There’s no question Father Adelir Antonio de Carli was a good man. There’s no question Father De Carli was a nice man.
There’s no question that Father De Carli was a dumb man.
And now, there’s no question that Father De Carli, last seen in April headed out to sea carried by a bunch of helium-filled party balloons, is a dead man.
Father De Carli (name variously reported as De Capri as well), who was trying to beat the record for staying airborne via party balloons, has been found by the crew of a tugboat, hundreds of miles out in the Atlantic, which is, in a way, poetic: he’d been trying to raise money for a spiritual rest stop for those nomads of the landmass, truckers. Unfortunately, he’d been planning to travel inland, but Nature had other plans for him.
So, why am I being so mean about a nice fellow who took on grave personal risk and ridicule in the pursuit of the service of his god and his fellow man?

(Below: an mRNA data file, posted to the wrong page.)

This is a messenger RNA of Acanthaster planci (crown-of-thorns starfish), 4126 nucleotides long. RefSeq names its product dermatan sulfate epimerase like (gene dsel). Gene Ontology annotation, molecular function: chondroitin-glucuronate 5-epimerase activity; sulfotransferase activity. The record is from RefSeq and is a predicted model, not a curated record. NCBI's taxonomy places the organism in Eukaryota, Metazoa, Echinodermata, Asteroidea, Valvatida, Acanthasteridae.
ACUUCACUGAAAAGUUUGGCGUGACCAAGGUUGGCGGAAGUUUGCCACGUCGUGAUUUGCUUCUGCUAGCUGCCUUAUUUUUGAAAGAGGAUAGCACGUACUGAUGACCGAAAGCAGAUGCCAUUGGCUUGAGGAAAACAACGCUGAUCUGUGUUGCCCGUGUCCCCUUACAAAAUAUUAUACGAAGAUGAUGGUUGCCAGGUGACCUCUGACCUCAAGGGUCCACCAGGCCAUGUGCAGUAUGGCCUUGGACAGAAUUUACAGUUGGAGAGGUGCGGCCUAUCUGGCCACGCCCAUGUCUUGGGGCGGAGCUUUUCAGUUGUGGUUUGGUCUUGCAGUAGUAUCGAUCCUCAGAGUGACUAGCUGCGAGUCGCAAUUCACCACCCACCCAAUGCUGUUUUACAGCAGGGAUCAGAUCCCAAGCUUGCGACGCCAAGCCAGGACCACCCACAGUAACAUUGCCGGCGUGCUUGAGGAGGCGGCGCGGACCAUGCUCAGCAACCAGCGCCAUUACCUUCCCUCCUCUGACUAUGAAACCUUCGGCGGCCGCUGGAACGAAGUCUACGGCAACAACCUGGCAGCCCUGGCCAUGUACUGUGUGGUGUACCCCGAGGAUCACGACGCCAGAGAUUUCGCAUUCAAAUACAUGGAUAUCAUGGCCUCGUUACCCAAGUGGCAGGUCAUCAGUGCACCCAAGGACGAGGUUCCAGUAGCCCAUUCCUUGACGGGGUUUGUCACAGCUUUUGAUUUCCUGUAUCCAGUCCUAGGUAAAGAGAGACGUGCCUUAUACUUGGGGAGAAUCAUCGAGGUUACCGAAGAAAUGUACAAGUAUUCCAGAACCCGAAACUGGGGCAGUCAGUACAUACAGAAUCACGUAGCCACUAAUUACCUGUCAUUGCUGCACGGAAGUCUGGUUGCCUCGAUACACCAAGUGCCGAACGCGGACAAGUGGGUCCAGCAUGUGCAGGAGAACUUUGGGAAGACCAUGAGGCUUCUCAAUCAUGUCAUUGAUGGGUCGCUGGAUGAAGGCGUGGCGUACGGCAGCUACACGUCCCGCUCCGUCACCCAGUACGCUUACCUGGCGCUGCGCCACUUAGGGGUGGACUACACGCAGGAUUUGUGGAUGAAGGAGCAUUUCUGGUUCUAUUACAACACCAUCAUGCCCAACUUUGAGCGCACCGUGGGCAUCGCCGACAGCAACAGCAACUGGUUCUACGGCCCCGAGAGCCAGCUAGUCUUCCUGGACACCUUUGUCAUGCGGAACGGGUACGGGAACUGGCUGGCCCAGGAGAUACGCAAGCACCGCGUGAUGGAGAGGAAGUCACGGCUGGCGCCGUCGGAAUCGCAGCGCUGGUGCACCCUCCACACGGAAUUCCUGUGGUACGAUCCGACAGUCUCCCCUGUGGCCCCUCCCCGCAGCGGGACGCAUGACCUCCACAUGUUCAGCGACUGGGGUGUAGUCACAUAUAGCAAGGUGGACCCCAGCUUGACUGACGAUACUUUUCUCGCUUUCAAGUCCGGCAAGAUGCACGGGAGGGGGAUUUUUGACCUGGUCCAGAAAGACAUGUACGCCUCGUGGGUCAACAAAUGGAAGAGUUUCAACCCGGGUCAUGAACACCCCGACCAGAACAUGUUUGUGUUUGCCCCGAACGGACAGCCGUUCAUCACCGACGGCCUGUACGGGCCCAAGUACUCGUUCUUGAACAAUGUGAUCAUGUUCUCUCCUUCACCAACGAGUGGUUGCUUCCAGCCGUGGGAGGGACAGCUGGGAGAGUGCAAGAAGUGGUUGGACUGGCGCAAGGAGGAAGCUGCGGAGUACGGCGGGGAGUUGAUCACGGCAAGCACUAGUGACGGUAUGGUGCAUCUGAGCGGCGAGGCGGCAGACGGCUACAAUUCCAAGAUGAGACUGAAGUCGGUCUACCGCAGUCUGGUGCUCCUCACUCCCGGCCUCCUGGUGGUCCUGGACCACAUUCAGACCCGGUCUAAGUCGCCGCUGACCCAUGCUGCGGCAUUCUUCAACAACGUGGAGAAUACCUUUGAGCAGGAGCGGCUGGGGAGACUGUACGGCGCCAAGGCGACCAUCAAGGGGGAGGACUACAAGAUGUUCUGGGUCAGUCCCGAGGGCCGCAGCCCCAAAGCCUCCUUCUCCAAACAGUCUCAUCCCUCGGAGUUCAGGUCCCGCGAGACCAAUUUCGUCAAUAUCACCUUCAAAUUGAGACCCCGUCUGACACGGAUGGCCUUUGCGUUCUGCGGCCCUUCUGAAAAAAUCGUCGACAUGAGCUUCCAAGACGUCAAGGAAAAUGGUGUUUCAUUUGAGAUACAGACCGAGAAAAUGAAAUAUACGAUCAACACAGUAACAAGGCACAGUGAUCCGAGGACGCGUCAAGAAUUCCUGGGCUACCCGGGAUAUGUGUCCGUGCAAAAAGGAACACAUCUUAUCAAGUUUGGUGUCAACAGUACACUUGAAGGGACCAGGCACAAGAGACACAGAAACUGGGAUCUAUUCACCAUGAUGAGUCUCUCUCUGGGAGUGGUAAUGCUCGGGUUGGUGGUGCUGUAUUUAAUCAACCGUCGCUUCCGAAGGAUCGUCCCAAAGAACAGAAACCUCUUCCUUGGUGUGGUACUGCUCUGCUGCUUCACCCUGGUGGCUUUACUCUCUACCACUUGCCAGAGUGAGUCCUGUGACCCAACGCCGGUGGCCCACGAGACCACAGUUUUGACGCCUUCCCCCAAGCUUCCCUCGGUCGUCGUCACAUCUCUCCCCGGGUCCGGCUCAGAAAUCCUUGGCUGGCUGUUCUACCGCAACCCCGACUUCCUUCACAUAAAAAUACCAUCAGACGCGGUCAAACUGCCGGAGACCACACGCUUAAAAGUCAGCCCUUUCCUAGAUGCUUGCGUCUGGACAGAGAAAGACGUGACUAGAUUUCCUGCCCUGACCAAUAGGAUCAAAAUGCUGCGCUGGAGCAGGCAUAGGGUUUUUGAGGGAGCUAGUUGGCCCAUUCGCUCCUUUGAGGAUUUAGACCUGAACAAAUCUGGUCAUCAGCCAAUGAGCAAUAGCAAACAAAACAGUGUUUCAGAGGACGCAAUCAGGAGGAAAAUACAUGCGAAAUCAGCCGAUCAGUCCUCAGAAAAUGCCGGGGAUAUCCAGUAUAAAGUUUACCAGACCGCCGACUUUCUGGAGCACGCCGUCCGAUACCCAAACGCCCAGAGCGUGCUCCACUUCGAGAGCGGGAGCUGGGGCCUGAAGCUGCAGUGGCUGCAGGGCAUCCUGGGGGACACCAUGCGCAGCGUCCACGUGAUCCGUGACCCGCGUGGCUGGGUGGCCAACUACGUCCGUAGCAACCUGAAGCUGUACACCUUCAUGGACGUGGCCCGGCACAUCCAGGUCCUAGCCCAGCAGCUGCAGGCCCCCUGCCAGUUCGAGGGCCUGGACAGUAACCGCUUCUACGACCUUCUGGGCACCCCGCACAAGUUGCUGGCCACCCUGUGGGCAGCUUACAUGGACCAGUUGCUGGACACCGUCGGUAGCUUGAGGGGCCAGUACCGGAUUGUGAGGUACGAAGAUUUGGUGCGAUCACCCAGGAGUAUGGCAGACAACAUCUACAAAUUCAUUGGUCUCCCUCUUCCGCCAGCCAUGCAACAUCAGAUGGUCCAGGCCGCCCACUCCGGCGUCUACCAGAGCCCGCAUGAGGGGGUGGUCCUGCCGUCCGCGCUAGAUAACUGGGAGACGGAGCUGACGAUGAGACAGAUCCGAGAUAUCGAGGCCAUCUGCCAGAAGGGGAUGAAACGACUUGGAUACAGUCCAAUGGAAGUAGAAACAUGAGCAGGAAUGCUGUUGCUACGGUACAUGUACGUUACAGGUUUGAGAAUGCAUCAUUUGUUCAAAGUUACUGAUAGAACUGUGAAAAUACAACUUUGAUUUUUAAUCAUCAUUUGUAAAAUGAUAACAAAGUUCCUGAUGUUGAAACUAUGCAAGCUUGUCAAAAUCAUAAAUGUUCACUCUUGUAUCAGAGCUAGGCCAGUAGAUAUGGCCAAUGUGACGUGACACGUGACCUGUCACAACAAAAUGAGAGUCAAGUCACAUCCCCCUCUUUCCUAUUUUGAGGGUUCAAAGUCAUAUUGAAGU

Because Father De Carli did not attempt learn to operate the GPS which was to relay his coordinates to trackers on the ground until after he was airborne.
I need to contact someone who can teach me how to operate this GPS, so I can give the latitude and longitude coordinates, which is the only way that people on the ground can know where I am.
Now, as one who has always distrusted such devices on principal, and whose experiences with them have done nothing to dissuade me of my view of them as functionless Yuppie fear-sops and technofaith fetish amulets in the shape of bricks, I must say that even had the device functioned as such devices are known to do, it would have done nothing more useful than electrocute him when he hit the water, which would probably (in brutal retrospect) have been quicker than what ultimately happened.
May Father De Carli rest in peace, and may we all learn never to take off in a lawnchair pulled by a thousand helium balloons without proper preparation.
At least a windsock!